First off, do check out the new Carnival of the Feminists at Lingual Tremors. Let me also recommend Jeff Pack's fine summary of the Althouse-Valenti-Breasts-Bill blow-up about which I blogged on Monday. And Lauren has a superb post on feminism and attractiveness, well worth a read.
There's an interesting article in the New York Times about sleeping in the same bed with another person. The piece notes:
There are thousands of studies on sleep and even more on marriage and relationships, but only a handful on couples sleeping together.
The National Sleep Foundation, a nonprofit group in Washington that supports education and research on sleep and sleep disorders, estimates that 61 percent of Americans share their bed with a significant other. And while the very presence of another person in bed increases the chance of sleep disruption, 62 percent of those polled in the foundation’s annual sleep study said they preferred to bed down with their partner.
I remember as a child being very confused by the euphemism "sleeping together" to refer to sexual intercourse. Though I had my own room as a kid, there had been a few rare occasions where my brother and I had had to share a bed on family trips. The idea that sleeping in the same bed could lead to babies -- a concept I grasped before I knew much else about human reproduction -- was a bit unnerving! Despite the confusion it generated in my childhood, when talking about two people having sex, I still tend to use the phrase "sleep together" quite often.
Like many of my peers, I became sexually active when I was in high school. My girlfriend and I were able to find times to be sexual after school or while out on dates, but we both had strict curfews. We were "sleeping together" in the euphemistic sense without ever having the chance to actually fall asleep side by side in the same bed. I can remember how excited we both were when she was finally able to come to my family's ranch in Northern California for a weekend. Though according to family protocol, the "luggage stays in separate rooms", I was able to sneak into her room and we could fall asleep together. We'd been a sexually active couple for months before we got to have that experience; frankly, we anticipated sleeping the whole night through in the same bed almost as much as we anticipated having sex! I've heard this from other folks who were sexually active long before they were allowed to spend the night with a partner -- the literal "sleeping together" becomes almost as big a deal as the figurative "sleeping together"!
In an odd way, reading this article this morning made me envious of some of my Christian conservative friends who lost their virginity on their wedding nights. After making love for the first time ("making love" is another questionable euphemism), they didn't have to tear themselves apart and go home. They "got to sleep with the person they first slept with", and given how rare that experience was in my social circle, it's one perhaps to be envied!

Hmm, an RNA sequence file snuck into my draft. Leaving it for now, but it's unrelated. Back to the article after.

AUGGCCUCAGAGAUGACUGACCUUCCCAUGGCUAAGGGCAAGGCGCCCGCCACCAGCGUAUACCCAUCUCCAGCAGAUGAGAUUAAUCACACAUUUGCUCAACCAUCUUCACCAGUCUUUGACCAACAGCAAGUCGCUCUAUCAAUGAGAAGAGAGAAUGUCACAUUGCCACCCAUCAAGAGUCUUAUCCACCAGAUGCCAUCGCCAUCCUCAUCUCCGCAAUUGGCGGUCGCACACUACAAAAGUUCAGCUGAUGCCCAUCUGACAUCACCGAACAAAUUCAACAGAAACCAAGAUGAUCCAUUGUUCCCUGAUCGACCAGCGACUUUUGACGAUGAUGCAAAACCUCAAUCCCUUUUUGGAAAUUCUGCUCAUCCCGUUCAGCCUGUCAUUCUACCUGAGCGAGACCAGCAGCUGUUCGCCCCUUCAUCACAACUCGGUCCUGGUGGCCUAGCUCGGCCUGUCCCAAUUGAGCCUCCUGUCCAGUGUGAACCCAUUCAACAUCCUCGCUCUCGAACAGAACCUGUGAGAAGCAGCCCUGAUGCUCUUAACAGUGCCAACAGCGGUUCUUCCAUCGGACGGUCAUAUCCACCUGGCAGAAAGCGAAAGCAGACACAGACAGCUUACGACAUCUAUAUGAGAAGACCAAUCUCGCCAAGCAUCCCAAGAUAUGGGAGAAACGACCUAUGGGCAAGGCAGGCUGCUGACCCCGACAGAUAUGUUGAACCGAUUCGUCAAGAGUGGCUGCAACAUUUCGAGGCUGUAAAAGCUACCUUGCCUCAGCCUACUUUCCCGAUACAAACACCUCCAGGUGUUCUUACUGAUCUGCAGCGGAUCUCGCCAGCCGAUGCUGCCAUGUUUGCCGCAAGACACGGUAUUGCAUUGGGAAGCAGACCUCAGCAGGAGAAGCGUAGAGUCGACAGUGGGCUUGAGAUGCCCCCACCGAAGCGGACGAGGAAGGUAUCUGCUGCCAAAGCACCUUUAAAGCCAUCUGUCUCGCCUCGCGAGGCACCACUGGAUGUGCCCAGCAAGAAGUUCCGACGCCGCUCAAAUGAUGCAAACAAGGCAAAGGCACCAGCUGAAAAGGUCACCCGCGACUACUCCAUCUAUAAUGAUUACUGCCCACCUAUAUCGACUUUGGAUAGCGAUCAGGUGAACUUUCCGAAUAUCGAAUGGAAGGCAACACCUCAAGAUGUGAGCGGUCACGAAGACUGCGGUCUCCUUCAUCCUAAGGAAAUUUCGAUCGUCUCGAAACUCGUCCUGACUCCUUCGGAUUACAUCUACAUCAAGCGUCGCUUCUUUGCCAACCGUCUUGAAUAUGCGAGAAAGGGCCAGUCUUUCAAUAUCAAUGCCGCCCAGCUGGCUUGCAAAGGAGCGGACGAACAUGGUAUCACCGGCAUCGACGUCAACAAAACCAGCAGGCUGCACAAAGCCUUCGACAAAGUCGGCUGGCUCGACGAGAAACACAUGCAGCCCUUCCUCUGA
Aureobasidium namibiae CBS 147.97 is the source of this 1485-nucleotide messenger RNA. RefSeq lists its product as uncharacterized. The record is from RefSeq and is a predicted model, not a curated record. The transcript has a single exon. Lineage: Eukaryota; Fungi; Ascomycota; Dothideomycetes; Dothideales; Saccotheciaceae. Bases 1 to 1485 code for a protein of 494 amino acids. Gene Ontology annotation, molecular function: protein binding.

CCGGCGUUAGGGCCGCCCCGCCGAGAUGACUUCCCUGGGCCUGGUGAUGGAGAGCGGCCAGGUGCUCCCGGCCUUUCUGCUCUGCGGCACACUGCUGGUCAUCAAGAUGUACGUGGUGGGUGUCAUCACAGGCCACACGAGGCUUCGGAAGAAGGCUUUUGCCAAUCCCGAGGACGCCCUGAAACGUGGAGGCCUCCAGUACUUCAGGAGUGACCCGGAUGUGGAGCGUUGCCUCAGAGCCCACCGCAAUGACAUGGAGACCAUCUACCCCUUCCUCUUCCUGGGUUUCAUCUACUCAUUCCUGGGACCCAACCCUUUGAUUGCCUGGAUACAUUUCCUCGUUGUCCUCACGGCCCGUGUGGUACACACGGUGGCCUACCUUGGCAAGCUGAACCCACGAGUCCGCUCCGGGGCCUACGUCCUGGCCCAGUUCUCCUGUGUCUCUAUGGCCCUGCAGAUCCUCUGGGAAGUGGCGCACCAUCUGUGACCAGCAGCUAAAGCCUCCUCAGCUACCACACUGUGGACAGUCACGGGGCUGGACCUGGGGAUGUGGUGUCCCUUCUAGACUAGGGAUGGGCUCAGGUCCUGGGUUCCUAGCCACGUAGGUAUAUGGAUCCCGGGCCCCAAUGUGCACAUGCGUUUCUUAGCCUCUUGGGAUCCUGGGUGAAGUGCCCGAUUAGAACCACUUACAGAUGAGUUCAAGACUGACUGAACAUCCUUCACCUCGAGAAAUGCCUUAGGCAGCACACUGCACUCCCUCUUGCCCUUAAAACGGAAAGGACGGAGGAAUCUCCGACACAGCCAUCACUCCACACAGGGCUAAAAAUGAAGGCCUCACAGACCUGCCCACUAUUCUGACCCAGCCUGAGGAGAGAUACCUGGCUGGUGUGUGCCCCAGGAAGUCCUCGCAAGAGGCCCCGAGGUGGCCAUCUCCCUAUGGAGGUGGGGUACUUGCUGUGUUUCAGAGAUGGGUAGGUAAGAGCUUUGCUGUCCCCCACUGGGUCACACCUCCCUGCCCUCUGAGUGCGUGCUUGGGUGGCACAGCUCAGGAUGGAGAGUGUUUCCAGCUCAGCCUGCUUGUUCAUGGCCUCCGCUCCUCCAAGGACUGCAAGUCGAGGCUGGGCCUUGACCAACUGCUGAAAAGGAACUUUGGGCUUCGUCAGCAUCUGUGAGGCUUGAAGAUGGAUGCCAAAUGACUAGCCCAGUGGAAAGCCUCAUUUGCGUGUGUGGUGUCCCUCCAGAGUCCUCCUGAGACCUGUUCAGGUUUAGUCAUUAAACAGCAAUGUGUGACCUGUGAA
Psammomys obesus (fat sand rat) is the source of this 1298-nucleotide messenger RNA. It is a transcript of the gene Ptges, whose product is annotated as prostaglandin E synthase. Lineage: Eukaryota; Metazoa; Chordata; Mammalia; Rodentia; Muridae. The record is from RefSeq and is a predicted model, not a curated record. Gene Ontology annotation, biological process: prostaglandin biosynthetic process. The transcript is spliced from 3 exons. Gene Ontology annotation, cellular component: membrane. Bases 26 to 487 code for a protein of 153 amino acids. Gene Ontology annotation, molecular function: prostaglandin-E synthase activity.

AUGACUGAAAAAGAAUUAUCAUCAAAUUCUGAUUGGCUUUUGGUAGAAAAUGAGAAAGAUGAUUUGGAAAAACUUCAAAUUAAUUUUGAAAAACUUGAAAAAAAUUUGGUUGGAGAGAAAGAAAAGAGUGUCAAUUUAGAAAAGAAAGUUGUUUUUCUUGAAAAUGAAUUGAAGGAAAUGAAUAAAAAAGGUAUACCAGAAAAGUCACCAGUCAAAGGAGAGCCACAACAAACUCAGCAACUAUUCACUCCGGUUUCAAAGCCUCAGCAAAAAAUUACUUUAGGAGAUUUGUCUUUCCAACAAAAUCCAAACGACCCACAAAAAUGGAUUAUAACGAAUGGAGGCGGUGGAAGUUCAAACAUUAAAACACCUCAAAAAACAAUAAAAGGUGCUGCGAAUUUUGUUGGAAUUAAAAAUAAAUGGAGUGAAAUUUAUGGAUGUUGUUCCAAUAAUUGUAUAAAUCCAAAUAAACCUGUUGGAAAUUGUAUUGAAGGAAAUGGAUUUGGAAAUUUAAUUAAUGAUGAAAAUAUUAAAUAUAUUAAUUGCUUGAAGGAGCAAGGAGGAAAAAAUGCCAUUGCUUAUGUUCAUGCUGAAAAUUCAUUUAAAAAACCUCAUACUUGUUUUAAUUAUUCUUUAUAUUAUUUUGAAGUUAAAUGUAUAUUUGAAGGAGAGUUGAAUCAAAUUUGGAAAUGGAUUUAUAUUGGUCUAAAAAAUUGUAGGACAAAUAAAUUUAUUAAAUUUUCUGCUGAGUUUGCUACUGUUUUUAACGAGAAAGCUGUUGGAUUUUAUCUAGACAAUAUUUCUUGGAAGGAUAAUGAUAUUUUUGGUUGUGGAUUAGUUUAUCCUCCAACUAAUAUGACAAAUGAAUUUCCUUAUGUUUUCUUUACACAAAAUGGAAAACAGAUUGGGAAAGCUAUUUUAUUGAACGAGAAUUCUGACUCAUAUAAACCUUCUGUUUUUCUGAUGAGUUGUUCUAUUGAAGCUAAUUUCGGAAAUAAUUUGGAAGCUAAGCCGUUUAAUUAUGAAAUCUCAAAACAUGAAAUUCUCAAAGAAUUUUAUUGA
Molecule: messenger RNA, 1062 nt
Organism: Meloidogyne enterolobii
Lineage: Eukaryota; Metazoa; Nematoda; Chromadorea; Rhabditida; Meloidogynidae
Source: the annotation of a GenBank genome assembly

Having been married four times and having lived with several other partners whom I didn't marry, I certainly have my opinions on sleeping with someone else in the same bed. In college, away from parents and their curfews, I spent a lot of time sleeping with others in tiny, narrow, twin beds. I can remember waking up in someone else's dorm room on many an occasion, cramped and uncomfortable, usually with one arm and one leg dangling over the side of my temporary partner's little bed. We called it the "one night stand dangle", and my friends of both sexes and I often swapped funny horror stories about the contorted positions we had had to get into in order to sleep the night through with another person in a bed designed for one.
In my first two marriages, I had a full-size bed, which seemed terribly luxurious after my spartan college experiences. In my third marriage, I upgraded to a queen size. Sleeping with one's lovers in progressively larger beds is part of the narrative of ageing, as far as I can tell! Besides, at thirty-nine, I recover more slowly today from a "bed cramp" than I did when I was nineteen.
My wife and I today have a lovely big sleigh bed. And I am very used to having her next to me. When we spend a night apart, particularly when she is traveling and I am staying home, I miss her presence next to me. Our bed is large enough so that we don't have to lie draped around each other like drunken college frosh, but it's not so big that we can't instantly sense the other's presence. During the week, I tend to be "early to bed, early to rise", which doesn't fit my wife's schedule. She often comes to bed a couple of hours after I've turned in. I'll admit that I sleep more soundly once she's beside me. Even though I can be out cold without her, it's as if a small part of my unconscious mind is waiting for her; when she (finally!) comes in well after midnight, my body moves to a deeper state of relaxation. All is right in the world.
My sweet father, who died not quite three months ago, died at home. He was under hospice care the last few weeks of his life, but he was able to sleep in the same bed as my stepmother all the way to the end. The last night of his life on earth, he was able to be in the same bed as the woman he loved most. For his sake and hers, I am so damned grateful that they were able to share that together. May it be so for all of us.